Families expected to be allowed to keep benefits after Manchester attack

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Powered by Guardian.co.ukThis article titled “Families expected to be allowed to keep benefits after Manchester attack” was written by Josh Halliday North of England correspondent and Helen Pidd, for The Guardian on Tuesday 13th June 2017 18.10 UTC

Grieving families that receive money from an £11m fund for victims of the Manchester Arena bombing will not have their benefits slashed, the government is expected to announce.

The rule change is set to ensure that injured survivors, and the relatives of the 22 victims who died, will not have their benefit payments cut if they receive financial support from the We Love Manchester Emergency Fund.

The move is designed to avoid a row that broke out after the 7/7 London bombing when it emerged that some seriously injured survivors had their benefits cut after receiving compensation from the Criminal Injuries Compensation Authority (CICA).


It remains unclear whether the benefits guarantee will apply to those who receive compensation from the CICA as well as those granted money by the We Love Manchester Emergency Fund.

It is understood that the benefits issue came up at a Cobra meeting in the aftermath of the suicide bombing at the Ariana Grande concert on 22 May, when 22 people were killed and 220 others injured.

The move is expected to be confirmed later this week by David Gauke, the newly appointed work and pensions secretary.

It came as the We Love Manchester Emergency fund passed £11.2m, of which nearly £4m will soon be divided between the families worst affected by the terror attack.

At the beginning of June an initial £1m was shared between bereaved families, victims who were in hospital for more than seven days and those who had an overnight hospital stay. On Tuesday a further £3m tranche was released to bereaved families and those who were in hospital for more than a week. They will each receive a payment of £50,000.

A Manchester city council spokeswoman said further funds would be made available to families in a phased process, with priority given to those who have been bereaved or seriously injured in the attack.

Trustees of the fund, who include Greater Manchester Police chief constable Ian Hopkins and the former Manchester city council chief executive Sir Howard Bernstein, met in Manchester on Tuesday afternoon to decide how the next tranche of payments would be distributed.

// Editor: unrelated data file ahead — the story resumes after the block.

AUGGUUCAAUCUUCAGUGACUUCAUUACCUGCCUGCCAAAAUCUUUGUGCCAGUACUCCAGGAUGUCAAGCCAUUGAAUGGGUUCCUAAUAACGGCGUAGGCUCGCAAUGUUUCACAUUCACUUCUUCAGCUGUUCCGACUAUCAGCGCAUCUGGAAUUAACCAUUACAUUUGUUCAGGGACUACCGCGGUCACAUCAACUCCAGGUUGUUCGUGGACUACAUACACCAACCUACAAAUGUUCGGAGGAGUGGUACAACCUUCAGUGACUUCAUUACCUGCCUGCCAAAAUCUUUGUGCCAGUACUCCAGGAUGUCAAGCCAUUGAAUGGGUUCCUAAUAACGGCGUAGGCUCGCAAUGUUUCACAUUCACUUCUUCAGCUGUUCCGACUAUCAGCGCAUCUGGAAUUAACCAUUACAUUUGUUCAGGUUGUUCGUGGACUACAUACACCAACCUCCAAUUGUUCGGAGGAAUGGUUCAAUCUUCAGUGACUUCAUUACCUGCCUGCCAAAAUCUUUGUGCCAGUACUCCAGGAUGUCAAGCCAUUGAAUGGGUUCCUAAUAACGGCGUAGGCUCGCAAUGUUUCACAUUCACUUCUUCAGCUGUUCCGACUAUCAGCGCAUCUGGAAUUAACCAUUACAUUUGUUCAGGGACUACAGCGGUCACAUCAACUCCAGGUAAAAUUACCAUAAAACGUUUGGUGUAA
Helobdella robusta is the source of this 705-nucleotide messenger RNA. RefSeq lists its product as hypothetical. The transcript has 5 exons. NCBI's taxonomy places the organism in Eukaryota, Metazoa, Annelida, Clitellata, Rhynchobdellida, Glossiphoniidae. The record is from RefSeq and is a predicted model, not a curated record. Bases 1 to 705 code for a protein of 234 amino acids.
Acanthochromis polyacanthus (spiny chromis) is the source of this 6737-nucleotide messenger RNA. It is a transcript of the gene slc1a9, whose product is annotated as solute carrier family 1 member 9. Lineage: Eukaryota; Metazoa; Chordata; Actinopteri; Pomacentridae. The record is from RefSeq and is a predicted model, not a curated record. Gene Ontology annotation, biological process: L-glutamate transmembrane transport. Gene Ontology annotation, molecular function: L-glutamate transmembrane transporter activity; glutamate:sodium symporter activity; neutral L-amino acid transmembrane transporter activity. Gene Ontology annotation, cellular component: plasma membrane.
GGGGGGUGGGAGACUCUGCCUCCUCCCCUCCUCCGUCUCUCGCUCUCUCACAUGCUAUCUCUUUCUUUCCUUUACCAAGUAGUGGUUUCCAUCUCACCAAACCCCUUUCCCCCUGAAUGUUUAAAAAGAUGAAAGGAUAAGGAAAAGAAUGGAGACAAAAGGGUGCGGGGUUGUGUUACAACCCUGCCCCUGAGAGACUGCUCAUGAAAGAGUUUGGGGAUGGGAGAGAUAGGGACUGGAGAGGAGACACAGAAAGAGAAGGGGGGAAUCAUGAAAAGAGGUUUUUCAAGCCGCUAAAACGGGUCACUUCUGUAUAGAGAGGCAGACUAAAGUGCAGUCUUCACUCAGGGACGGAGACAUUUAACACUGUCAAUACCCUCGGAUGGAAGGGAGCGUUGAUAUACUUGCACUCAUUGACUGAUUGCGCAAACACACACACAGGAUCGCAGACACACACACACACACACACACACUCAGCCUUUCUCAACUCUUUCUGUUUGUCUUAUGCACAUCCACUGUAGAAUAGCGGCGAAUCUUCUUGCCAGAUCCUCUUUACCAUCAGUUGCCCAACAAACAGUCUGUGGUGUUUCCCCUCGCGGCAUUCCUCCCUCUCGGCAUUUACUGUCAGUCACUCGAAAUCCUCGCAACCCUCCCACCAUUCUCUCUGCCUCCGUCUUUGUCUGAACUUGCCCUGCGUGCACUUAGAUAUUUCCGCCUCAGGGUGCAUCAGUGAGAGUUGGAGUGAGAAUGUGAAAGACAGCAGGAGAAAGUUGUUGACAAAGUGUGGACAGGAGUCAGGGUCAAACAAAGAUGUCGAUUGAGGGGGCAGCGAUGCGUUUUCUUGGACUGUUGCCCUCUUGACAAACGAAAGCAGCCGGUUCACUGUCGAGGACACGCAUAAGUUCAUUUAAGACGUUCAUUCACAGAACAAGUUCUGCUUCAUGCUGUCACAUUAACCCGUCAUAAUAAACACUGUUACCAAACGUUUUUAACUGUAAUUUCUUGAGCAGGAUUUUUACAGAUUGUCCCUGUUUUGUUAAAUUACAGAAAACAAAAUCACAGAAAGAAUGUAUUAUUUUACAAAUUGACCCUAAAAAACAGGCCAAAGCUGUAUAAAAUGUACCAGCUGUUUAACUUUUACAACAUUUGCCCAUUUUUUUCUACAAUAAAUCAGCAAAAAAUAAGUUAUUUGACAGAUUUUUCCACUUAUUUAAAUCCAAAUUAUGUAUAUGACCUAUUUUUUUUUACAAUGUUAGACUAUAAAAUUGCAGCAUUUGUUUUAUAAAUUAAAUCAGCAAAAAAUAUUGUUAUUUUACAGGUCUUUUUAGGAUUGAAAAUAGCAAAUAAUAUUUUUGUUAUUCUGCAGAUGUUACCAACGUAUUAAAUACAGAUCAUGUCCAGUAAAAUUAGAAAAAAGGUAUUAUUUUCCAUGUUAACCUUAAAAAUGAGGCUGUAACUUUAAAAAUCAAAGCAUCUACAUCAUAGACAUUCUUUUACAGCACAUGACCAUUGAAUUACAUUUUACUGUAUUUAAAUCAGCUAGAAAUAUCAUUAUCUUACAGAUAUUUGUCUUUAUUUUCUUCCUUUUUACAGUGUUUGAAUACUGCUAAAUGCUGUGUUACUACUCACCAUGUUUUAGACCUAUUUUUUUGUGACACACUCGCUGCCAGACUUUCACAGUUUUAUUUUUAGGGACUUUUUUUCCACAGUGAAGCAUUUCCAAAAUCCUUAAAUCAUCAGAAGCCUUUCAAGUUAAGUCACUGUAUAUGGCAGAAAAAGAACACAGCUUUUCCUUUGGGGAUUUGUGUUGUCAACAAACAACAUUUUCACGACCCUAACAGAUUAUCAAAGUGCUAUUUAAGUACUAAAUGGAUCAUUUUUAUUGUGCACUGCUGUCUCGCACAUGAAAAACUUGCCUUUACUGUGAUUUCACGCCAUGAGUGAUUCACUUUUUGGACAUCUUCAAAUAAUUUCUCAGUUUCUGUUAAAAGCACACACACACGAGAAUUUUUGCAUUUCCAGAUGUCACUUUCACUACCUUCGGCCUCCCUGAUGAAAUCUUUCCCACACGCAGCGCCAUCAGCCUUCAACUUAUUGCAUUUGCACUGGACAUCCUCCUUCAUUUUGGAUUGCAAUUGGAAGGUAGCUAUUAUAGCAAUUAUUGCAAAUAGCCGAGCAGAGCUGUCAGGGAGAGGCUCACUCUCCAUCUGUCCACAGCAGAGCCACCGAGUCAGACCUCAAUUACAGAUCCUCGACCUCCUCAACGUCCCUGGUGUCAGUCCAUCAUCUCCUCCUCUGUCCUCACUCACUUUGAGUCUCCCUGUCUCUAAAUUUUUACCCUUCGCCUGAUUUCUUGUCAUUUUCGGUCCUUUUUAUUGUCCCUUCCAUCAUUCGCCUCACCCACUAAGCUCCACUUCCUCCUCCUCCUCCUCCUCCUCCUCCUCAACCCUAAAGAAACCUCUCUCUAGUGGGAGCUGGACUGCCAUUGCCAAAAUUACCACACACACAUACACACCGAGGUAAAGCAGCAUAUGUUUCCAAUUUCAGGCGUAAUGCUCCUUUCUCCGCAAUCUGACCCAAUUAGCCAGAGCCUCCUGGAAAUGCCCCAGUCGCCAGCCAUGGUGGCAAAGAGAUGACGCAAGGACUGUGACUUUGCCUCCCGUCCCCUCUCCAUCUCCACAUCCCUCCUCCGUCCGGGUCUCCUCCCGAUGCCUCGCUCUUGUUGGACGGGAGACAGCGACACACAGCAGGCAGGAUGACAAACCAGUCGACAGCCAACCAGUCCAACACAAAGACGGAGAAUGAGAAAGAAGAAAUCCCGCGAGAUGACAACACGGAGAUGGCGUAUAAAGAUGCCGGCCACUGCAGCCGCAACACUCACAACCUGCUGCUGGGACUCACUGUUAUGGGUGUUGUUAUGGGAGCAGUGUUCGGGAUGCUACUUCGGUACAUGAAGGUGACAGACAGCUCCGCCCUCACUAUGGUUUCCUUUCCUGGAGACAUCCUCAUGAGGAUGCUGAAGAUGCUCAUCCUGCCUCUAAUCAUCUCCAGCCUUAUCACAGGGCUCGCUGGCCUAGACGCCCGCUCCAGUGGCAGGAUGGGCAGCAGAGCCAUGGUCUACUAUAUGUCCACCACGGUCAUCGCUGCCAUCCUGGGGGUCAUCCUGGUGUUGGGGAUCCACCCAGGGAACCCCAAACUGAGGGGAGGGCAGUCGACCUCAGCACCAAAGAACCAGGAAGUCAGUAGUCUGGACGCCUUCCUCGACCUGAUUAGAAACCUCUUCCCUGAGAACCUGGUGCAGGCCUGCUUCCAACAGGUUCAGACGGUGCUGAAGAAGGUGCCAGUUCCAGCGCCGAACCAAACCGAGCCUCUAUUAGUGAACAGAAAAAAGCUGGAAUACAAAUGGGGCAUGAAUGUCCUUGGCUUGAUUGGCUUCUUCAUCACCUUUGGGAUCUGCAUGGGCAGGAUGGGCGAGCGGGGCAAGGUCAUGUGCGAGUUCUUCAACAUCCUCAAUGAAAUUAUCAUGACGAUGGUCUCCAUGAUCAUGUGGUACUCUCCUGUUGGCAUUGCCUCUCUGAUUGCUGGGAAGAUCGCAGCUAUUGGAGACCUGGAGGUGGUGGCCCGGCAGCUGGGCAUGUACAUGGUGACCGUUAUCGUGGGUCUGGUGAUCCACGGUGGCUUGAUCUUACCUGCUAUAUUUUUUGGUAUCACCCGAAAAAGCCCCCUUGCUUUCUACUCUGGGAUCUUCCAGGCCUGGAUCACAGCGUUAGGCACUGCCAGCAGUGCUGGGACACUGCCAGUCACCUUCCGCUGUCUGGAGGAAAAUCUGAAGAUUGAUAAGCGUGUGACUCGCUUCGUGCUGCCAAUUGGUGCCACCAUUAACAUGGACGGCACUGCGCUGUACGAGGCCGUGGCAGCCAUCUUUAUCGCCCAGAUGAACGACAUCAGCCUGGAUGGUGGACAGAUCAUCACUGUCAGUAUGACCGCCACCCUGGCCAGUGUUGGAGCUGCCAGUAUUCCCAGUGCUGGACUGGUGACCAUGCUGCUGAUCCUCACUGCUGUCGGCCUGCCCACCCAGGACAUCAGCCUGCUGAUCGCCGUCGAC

Councillor Sue Murphy, the deputy leader of Manchester city council and chair of the trustees, said: “We’ve been so moved by the public support we’ve had for the fund since it launched. To know that the world is thinking about our city and the victims has touched us all.

“Those who have been affected by this incident may need longer term support. We’re releasing early payments to go some way to alleviating any financial suffering in the short term and we’re working on plans to distribute the remaining funds. We remain grateful to everyone who has shown solidarity with the city – thank you.”

One family that had applied to the fund said they had not yet received a payment but that just having their daughter, eight, and her mother home from hospital was more important. “Should we receive any money we would be very grateful, but having the normality is the most important thing,” said the injured girl’s father, who did not want to be named.


The We Love Manchester Emergency Fund received £2.7m in donations from more than 450,000 people during Ariana Grande’s One Love Manchester concert, held at Old Trafford cricket ground 13 days after the attack.

Recent donations to the appeal include a guitar donated by Kiss frontman Gene Simmons, signed by him and with a personal message, an England rugby union shirt signed by the 2016 England squad donated by Aviva, a signed golf bag from the BMW PGA Championship at Wentworth and the WWE title belt donated by WWE UK. The items will be auctioned through the British Red Cross eBay account in the coming few weeks, Manchester council said.

Payments from the We Love Manchester Emergency fund are separate from the compensation fund managed by the Ministry of Justice-sponsored body, CICA, which has said it is ready to receive applications from victims of the Manchester and London Bridge terror attacks.

CICA was heavily criticised in the immediate aftermath of the London bombings in July 2005 when it took three months to issue compensation to seriously injured victims of the blast, many of whom had to quit work and make huge alterations to their home.

The then-work and pensions secretary David Blunkett also came under fire when it emerged that survivors and bereaved families had their benefits payments reduced after they had received compensation from CICA, even though many had suffered long-lasting trauma as well as significant physical injuries.

CICA paid out £11m to victims of the 7/7 attack by July 2010, with payouts ranging from £500,000 for those who suffered the worst injuries, to £1,000 for those who suffered smoke inhalation. A separate body, the London Bombings Relief Charitable Fund, distributed a further £12m in donations to bereaved families and survivors.

guardian.co.uk © Guardian News & Media Limited 2010

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